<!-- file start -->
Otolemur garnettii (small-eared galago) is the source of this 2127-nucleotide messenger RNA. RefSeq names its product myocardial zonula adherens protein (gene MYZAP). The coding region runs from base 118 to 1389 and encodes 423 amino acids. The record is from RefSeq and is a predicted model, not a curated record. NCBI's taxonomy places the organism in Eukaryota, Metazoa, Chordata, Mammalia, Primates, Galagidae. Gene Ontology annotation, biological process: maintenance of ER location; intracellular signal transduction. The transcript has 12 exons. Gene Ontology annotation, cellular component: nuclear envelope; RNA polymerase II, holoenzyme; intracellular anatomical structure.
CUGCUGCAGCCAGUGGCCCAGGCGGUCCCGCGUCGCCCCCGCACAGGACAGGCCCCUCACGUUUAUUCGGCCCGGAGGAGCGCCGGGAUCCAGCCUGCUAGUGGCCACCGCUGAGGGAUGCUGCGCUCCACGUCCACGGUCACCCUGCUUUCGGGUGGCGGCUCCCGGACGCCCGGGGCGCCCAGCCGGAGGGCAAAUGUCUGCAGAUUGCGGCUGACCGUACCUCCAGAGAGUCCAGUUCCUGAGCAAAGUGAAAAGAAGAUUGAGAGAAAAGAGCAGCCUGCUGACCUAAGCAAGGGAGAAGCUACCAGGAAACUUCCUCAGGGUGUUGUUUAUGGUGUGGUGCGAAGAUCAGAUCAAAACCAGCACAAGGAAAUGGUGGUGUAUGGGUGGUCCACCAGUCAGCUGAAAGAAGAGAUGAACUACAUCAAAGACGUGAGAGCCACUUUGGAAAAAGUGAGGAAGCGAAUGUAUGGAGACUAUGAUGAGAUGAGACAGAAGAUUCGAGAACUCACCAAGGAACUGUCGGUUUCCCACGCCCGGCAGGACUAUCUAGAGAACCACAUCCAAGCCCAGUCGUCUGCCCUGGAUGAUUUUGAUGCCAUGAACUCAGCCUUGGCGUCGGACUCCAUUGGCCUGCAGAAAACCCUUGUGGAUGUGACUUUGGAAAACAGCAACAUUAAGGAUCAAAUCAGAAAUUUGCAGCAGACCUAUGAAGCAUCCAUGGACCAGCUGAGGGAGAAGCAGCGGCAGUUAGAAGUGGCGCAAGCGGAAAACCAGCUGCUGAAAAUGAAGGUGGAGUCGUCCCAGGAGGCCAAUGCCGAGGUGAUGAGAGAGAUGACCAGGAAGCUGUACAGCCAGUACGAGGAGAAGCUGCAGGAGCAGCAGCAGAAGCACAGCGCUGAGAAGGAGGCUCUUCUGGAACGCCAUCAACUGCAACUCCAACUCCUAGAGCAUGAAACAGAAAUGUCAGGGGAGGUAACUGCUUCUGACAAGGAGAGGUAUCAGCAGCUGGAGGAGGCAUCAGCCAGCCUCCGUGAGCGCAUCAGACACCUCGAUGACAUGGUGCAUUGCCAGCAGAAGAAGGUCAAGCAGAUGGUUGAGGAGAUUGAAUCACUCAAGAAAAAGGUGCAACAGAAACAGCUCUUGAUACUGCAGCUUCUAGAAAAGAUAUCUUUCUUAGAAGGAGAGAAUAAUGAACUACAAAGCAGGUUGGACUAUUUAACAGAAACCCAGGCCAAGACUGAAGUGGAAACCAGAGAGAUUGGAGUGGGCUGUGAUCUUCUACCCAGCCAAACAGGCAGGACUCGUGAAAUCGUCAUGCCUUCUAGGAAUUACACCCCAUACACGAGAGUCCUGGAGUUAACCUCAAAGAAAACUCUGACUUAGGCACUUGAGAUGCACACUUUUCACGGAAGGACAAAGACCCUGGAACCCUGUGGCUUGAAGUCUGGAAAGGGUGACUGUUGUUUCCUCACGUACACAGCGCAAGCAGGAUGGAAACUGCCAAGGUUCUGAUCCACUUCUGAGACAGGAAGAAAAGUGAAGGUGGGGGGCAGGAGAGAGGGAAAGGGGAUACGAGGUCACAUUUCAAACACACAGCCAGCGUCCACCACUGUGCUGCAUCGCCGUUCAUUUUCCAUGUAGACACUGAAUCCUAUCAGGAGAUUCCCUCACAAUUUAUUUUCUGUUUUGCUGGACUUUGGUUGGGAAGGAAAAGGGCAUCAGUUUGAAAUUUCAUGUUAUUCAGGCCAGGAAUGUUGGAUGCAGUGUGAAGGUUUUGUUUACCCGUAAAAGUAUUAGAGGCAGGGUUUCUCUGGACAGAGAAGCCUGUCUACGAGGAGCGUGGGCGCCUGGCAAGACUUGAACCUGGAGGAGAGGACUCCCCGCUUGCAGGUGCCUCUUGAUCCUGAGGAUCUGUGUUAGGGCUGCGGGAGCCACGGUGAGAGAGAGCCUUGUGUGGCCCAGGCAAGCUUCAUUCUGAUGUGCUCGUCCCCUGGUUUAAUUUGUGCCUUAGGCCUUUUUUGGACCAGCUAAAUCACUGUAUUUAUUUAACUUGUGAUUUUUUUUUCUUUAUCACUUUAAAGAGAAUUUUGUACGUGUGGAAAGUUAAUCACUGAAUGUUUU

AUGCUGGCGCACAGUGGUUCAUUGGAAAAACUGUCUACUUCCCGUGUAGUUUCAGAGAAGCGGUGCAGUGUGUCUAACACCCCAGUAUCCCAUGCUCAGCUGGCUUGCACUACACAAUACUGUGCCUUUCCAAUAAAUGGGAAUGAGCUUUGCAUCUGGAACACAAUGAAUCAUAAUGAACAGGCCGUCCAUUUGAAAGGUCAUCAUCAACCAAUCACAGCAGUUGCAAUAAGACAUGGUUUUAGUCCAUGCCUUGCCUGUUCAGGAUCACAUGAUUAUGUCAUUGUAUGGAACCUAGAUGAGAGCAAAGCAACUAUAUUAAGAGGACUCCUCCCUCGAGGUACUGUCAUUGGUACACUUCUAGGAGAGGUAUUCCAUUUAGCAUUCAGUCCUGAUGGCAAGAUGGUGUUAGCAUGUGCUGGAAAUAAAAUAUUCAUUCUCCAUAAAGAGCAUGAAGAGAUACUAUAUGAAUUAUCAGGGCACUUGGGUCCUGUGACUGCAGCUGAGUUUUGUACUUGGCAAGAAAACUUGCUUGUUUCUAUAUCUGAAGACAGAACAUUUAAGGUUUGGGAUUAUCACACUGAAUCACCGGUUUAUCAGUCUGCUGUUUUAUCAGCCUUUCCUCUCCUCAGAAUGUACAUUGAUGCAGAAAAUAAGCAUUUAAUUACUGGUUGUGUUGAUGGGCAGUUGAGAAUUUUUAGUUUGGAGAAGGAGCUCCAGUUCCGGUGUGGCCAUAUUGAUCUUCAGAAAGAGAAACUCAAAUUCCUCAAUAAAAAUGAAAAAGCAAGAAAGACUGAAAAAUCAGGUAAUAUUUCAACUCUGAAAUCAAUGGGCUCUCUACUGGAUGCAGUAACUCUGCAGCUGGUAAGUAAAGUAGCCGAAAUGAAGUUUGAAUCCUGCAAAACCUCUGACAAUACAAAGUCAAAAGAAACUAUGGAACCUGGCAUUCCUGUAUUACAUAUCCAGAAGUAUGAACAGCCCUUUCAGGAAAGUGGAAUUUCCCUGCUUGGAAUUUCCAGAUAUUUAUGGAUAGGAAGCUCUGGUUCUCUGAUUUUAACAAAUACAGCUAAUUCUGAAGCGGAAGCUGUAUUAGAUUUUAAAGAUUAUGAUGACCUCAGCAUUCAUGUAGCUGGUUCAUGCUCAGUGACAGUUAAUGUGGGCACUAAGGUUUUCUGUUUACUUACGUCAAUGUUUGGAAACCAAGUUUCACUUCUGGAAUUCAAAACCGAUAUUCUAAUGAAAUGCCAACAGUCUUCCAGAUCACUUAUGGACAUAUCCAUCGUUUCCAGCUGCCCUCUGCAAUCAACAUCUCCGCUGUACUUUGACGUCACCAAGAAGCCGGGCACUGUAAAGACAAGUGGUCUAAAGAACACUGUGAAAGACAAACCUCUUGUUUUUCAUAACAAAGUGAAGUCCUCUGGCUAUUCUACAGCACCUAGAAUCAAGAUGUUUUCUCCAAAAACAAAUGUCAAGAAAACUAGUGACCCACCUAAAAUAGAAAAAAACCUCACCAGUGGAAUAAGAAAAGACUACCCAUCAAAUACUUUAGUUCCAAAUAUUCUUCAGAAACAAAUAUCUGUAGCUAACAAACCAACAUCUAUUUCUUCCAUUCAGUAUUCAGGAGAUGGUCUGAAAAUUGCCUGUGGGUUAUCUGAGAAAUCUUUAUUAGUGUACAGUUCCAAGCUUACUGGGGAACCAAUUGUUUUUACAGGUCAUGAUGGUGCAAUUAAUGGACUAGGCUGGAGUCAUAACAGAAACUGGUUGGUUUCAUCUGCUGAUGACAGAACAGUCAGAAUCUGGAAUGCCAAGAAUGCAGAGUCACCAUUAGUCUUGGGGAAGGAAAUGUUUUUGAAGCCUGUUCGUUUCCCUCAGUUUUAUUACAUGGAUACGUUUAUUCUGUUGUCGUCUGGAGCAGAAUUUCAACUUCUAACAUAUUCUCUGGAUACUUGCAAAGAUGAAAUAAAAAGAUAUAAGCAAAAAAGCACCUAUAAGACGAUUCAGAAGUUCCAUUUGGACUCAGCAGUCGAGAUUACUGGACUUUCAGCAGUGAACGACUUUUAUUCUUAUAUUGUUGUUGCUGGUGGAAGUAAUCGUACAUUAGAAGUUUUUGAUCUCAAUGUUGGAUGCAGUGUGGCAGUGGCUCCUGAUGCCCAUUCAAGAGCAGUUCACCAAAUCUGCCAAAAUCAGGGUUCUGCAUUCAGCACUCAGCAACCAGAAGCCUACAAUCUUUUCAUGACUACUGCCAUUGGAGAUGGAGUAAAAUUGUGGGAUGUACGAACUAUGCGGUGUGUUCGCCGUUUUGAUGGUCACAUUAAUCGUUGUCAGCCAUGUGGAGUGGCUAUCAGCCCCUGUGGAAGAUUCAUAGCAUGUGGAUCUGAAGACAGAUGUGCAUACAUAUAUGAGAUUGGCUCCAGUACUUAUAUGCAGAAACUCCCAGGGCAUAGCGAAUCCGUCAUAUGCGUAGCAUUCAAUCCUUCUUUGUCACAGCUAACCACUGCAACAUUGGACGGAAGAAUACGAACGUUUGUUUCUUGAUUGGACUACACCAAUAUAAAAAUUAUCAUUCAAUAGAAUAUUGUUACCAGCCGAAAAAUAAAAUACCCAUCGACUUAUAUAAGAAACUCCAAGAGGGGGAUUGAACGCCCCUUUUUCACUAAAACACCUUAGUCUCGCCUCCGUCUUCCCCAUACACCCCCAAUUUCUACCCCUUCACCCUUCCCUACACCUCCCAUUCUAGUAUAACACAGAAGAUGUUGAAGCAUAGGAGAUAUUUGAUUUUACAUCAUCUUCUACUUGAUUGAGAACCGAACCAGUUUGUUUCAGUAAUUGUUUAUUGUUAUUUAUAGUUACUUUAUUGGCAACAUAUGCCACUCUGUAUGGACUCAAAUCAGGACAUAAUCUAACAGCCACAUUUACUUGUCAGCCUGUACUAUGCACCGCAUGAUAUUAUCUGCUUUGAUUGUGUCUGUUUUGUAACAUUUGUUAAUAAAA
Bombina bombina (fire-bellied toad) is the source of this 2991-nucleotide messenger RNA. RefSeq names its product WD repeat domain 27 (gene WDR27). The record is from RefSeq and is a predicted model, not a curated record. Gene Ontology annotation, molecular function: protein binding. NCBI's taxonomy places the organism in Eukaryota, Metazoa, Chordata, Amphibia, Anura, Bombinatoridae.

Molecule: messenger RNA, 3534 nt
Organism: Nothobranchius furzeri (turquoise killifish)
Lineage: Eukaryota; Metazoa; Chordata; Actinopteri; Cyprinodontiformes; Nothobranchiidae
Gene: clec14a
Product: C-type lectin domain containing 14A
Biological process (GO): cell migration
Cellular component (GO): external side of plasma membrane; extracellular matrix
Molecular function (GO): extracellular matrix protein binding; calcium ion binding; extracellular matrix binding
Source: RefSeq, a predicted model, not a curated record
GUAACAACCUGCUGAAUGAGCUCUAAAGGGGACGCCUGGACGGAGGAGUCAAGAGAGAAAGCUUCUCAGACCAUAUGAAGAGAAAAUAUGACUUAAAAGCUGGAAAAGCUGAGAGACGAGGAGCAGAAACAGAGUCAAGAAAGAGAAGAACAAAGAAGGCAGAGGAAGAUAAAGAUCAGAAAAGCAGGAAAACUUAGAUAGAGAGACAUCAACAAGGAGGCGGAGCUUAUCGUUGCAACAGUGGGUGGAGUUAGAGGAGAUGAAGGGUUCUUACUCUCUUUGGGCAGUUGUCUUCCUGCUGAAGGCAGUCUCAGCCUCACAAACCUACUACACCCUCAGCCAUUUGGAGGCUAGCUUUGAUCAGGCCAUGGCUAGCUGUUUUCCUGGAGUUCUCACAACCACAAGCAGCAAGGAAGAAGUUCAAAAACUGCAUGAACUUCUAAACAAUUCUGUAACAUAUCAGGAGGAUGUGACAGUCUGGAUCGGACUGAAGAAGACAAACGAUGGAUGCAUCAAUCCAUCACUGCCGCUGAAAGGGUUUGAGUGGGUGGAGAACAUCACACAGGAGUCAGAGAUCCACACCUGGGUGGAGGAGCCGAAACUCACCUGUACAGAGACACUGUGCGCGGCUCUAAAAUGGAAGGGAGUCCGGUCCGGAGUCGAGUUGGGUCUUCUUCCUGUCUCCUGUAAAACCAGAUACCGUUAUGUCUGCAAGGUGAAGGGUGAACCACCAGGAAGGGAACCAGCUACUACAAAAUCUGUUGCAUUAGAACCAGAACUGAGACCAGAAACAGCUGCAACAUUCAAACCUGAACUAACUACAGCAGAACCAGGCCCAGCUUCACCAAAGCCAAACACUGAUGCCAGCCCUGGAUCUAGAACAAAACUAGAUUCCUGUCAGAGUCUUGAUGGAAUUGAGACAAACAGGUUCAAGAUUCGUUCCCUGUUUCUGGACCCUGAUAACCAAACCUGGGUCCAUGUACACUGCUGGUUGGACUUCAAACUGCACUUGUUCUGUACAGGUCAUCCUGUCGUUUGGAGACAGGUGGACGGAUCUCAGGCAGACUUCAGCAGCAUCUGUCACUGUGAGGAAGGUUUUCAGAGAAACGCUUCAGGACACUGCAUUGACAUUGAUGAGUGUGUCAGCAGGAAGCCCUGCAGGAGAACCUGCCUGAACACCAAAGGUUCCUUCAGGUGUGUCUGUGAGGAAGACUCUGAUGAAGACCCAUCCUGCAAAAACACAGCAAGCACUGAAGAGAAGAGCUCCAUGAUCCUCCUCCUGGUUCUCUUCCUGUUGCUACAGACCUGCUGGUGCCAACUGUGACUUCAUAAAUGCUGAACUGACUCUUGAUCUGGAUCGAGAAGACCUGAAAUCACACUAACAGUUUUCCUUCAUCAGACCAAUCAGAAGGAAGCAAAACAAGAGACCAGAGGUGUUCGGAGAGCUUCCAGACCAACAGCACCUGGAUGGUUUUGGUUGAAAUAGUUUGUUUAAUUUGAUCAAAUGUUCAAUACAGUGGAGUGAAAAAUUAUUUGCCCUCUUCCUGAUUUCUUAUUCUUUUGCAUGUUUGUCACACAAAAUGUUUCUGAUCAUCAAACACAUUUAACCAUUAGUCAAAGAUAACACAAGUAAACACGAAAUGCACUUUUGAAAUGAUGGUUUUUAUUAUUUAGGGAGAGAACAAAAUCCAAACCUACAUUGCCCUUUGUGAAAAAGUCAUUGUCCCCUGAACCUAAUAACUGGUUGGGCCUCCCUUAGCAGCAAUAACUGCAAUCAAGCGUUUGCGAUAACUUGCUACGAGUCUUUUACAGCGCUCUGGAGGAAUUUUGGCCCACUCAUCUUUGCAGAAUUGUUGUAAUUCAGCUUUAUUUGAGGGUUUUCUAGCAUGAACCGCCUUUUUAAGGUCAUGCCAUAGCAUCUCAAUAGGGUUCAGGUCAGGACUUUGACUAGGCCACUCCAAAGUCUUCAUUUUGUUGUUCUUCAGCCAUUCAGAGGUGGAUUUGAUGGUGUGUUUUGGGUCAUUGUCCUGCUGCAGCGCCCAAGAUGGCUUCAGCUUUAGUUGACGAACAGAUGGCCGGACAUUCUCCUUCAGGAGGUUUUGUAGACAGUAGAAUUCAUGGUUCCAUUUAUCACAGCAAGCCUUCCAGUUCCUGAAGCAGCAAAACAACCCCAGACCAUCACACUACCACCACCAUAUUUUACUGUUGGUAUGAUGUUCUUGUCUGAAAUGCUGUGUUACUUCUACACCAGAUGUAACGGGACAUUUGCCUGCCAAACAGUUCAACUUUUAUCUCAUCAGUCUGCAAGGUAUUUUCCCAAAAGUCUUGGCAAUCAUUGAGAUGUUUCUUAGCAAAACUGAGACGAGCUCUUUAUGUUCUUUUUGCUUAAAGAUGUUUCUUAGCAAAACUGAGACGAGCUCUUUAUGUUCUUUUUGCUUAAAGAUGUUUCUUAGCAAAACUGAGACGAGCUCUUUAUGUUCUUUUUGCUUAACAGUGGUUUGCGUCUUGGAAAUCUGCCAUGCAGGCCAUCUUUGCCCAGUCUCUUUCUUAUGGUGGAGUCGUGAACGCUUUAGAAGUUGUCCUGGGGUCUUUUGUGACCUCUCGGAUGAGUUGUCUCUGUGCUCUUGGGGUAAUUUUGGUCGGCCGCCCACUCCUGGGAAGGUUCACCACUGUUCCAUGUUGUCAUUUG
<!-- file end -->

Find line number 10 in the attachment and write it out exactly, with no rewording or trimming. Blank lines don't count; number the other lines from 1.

Biological process (GO): cell migration